Cannabis for Conservation

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Mission Statement

Cannabis for Conservation is dedicated to conserving persisting natural resources, restoring degraded ecosystems, and educating communities to prevent further ecological harm from unsustainable cannabis cultivation.

Description

OUR HISTORY
Cannabis for Conservation is a 501(c)(3) nonprofit that was formed in response to the environmental impacts of wide-scale, unsustainable cannabis cultivation. As biologists and conservationists, we saw the need for a true conservation ethic to be instituted into the burgeoning legal industry.  Our motto is if cannabis is to be here, then it needs to be for conservation— not against it. The word “conservation” means something very specific in ecology— it implies use, but sustainable use. In doing so, our invaluable wild resources can be maintained in both health and integrity. Our mission is to conserve persisting resources, restore degraded ecosystems, and educate communities to prevent further impacts from unsustainable cannabis cultivation.
California legalized recreational cannabis in 2016, solidifying its place in California’s economy. Presently and for decades prior, illicit cannabis production has sustained the communities of Humboldt, Mendocino, and Trinity Counties, constituting the “Emerald Triangle”. Continuous unsustainable production has led to extensive environmental degradation, which is now being recognized and researched.
While not all cannabis production has been environmentally deleterious, much of historical cultivation has negatively impacted ecosystems, causing significant harm to the wildlife, land, and water of Northern California. Research has shown the presence of anticoagulant rodenticides in the wild food web, low water levels from diversion, and contamination of watersheds from fertilizer and pesticides. Much of this degradation occurs from “trespass grows”, or cannabis grows on public lands. These grows severely impact the ecosystems in which they persist, and are one of the leading threats to their stability.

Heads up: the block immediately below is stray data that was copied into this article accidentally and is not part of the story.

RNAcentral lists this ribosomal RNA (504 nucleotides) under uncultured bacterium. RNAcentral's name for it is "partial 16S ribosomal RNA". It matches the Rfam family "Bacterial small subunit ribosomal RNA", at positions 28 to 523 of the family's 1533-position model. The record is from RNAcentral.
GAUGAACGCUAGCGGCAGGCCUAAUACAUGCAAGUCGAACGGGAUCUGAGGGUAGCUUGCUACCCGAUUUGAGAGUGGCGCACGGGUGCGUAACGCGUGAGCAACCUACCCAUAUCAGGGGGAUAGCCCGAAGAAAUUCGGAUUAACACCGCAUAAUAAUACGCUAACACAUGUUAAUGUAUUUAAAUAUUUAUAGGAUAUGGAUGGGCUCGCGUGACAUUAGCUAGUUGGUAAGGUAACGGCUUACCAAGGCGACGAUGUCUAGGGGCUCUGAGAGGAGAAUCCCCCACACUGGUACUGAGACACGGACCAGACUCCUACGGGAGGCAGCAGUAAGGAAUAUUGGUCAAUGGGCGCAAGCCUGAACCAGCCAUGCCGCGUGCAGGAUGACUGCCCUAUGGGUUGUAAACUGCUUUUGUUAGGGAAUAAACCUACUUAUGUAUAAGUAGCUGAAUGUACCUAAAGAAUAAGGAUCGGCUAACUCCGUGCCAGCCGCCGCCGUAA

It is because of this history that cannabis must make conservation a cornerstone in its foundation—not only for wildlife, but also for the health of the communities that gave rise to it.
OUR CONSERVATION ETHIC CONSISTS OF:
1) instituting conservation, adaptive management, and ecological monitoring programs for cultivator properties— the basic pillar of the industry— that will further scientific understanding of the cannabis-wildlife dynamic, enhance farm biodiversity, and further cooperative relationships between historically polarized interests
2) reclaiming trespass cannabis grows on public lands in Northern California to reduce deadly toxicants and trash on the landscape.

Program Details

Ecological Research & Monitoring on Permitted Cannabis Farms
Our research seeks to enhance habitat for native species, increase biodiversity, find effective non-toxicant deterrents and biological controls for Integrated Pest Management plans, and monitor species persisting on farms over time.
Cannabis for Conservation is working with the California Department of Fish & Wildlife to help manage and conserve Pallid bats, a California Species of Special Concern, on legal farms through the establishment of the first Voluntary Local Program. This project is still underway, so stay tuned!
Pack Horses for Conservation: Support for Public Land Trespass Grow Reclamation
Cannabis for Conservation is teaming up with the Integral Ecology Research Center (IERC) to support reclamation of trespass grows on public lands. Our pack team is packing out gear and supplies for reclamation crews, expediting the time it takes to physically access these sites. The goal is to ultimately save access time for each site, with the hopes that more reclamation work can be completed for 2019. We received a grant from the California Wildlands Grassroots Fund to complete our first pack support trip. Check our social media links at the bottom of this page for updates on this project.
The Cannabis Removal on Public Lands Project (CROP)
Cannabis for Conservation’s Executive Director, Jackee Riccio, is the Regional Field Director of the CROP Project. CROP is addressing the overwhelming issue of cannabis cultivation on public lands, known as “trespass grows”. Public lands include National Forests, BLM land, and designated Wilderness Areas. Trespass grows are extremely hazardous sites, and greatly jeopardize the ecosystems in which they exist. Given that 60% of California’s water originates from National Forests, high contamination of watersheds threatens recipient communities and dependent wildlife. These sites harbor illegal pesticides such as Carbofuran, Sarin-based Malathion, Bromadiolone, chemical fertilizers, and heaps of trash. The pesticides are highly toxic, and are expensive and difficult to remove given the topography of the landscape where trespass grows persist. Non-target wildlife has also been severely impacted by the presence of these pesticides, many of which were already imperiled populations. Reclamation of trespass grows is crucial for the conservation of certain species including the Pacific Fisher (Pekania pennanti) and the Northern Spotted Owl (Strix occidentalis caurina), but also for the safety of communities in the vicinity of trespass grows, and users of public lands.
Primary Issue
Wildlife
Secondary Issue
Land
Address
PO Box 34
Arcata, CA 95518
United States
Social Media Links

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